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Inflation expectations and behavior: Do survey respondents act on their beliefs?

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Author Info

  • Olivier Armantier
  • Wändi Bruine de Bruin
  • Giorgio Topa
  • Wilbert van der Klaauw
  • Basit Zafar

Abstract

We compare the inflation expectations reported by consumers in a survey with their behavior in a financially incentivized investment experiment designed such that future inflation affects payoffs. The inflation expectations survey is found to be informative in the sense that the beliefs reported by the respondents are correlated with their choices in the experiment. Furthermore, most respondents appear to act on their inflation expectations showing patterns consistent (both in direction and magnitude) with expected utility theory. Respondents whose behavior cannot be rationalized tend to be less educated and to score lower on a numeracy and financial literacy scale. These findings are therefore the first to provide support to the microfoundations of modern macroeconomic models.

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Bibliographic Info

Paper provided by Federal Reserve Bank of New York in its series Staff Reports with number 509.

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Date of creation: 2011
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Handle: RePEc:fip:fednsr:509

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Keywords: Inflation (Finance) ; Consumer surveys ; Investments ; Financial literacy;

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References

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Citations

Blog mentions

As found by EconAcademics.org, the blog aggregator for Economics research:
  1. Inflation expectations and rational behavior
    by Economic Logician in Economic Logic on 2012-11-30 16:00:00
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Cited by:
  1. Fernanda Nechio & Carlos Carvalho, 2012. "Do People Understand Monetary Policy?," 2012 Meeting Papers 426, Society for Economic Dynamics.
  2. Ernesto Reuben & Matthew Wiswall & Basit Zafar, 2013. "Preferences and biases in educational choices and labor market expectations: shrinking the black box of gender," Staff Reports 627, Federal Reserve Bank of New York.
  3. Carlos Madeira & Basit Zafar, 2012. "Heterogeneus Inflation Expectations Learning and Market Outcomes," Working Papers Central Bank of Chile 667, Central Bank of Chile.
  4. José Antonio Murillo Garza & Paula Sánchez Romeu, 2012. "Testing the Predictive Power of Mexican Consumers' Inflation Expectations," Working Papers 2012-13, Banco de México.
  5. Bruine de Bruin, Wändi & van der Klaauw, Wilbert & Topa, Giorgio & Downs, Julie S. & Fischhoff, Baruch & Armantier, Olivier, 2012. "The effect of question wording on consumers’ reported inflation expectations," Journal of Economic Psychology, Elsevier, vol. 33(4), pages 749-757.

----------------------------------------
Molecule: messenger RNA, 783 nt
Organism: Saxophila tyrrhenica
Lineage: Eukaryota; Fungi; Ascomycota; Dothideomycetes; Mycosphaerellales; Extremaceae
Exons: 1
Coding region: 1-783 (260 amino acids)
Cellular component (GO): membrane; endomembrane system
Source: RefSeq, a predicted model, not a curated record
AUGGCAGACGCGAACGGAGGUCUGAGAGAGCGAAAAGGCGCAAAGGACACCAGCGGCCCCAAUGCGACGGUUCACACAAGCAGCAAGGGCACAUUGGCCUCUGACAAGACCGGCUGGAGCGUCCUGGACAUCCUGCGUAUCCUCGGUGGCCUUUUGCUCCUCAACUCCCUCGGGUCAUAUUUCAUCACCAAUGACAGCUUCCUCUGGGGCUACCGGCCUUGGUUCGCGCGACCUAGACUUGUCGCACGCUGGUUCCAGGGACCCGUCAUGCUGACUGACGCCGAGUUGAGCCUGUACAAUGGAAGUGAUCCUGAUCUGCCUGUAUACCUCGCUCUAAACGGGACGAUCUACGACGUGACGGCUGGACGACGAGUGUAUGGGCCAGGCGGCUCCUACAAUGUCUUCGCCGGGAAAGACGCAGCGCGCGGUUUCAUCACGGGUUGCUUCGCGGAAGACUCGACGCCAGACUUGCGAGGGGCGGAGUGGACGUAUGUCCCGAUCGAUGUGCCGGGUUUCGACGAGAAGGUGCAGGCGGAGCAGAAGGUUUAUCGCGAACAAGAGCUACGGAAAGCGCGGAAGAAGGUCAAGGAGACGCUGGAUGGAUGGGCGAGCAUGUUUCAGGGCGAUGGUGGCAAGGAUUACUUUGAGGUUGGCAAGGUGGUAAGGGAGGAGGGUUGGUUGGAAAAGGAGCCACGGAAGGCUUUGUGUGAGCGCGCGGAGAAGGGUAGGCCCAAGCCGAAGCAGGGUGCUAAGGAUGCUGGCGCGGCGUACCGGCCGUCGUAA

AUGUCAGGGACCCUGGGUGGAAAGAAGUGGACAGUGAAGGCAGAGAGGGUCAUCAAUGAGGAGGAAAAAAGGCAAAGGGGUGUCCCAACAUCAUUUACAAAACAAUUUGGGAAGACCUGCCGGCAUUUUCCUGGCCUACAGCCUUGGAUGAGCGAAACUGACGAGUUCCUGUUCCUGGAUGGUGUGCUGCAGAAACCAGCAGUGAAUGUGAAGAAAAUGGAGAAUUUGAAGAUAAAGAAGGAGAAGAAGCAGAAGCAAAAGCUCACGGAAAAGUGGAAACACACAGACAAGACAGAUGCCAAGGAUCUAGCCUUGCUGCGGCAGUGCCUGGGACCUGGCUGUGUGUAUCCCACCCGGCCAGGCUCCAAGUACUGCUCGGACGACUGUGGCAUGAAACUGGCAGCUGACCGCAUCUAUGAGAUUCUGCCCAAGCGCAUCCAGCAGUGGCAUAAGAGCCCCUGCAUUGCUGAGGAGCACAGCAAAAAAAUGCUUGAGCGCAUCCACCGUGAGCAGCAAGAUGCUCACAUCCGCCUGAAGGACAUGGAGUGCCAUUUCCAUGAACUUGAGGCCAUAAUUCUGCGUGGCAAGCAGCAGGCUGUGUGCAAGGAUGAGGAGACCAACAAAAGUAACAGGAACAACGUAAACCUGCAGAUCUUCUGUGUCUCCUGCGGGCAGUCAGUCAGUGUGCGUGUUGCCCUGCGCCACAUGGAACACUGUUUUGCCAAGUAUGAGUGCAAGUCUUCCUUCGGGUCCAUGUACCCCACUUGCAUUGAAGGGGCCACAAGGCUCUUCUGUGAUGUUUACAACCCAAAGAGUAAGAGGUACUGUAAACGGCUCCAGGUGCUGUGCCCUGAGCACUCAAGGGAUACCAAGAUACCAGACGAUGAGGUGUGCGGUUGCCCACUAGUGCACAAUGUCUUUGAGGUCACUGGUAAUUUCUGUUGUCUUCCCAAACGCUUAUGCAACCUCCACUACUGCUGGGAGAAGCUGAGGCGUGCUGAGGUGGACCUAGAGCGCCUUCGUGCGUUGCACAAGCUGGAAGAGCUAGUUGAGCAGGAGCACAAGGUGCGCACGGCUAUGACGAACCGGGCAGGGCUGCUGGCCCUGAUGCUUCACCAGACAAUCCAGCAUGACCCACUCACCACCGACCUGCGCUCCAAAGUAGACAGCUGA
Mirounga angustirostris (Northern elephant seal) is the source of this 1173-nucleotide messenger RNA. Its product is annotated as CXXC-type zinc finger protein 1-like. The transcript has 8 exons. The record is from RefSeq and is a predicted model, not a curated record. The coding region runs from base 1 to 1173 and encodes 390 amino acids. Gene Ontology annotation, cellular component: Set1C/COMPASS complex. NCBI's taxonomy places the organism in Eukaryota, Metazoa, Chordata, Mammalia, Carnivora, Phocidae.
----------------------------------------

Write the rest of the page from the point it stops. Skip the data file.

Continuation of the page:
6. Oya Celasun & Lev Ratnovski & Roxana Mihet, 2012. "Commodity Prices and Inflation Expectations in the United States," IMF Working Papers 12/89, International Monetary Fund.
  7. Amalia Di Girolamo & Glenn W. Harrison & Morten I. Lau & J. Todd Swarthout, 2013. "Characterizing Financial and Statistical Literacy," Experimental Economics Center Working Paper Series 2013-04, Experimental Economics Center, Andrew Young School of Policy Studies, Georgia State University.
  8. Lena Dräger & Ulrich Fritsche, 2013. "Don't Worry, Be Right! Survey Wording Effects on In flation Perceptions and Expectations," Macroeconomics and Finance Series 201308, Hamburg University, Department Wirtschaft und Politik.
  9. Elmar Mertens, 2011. "Measuring the level and uncertainty of trend inflation," Finance and Economics Discussion Series 2011-42, Board of Governors of the Federal Reserve System (U.S.).
  10. Paul Hubert, 2013. "The influence and policy signaling role of FOMC forecasts," Documents de Travail de l'OFCE 2013-03, Observatoire Francais des Conjonctures Economiques (OFCE).
  11. repec:fce:doctra:13-03 is not listed on IDEAS
  12. Olivier Armantier & Scott Nelson & Giorgio Topa & Wilbert van der Klaauw & Basit Zafar, 2012. "The price is right: updating of inflation expectations in a randomized price information experiment," Staff Reports 543, Federal Reserve Bank of New York.
  13. Mary A. Burke & Michael Manz, 2011. "Economic literacy and inflation expectations: evidence from a laboratory experiment," Public Policy Discussion Paper 11-8, Federal Reserve Bank of Boston.

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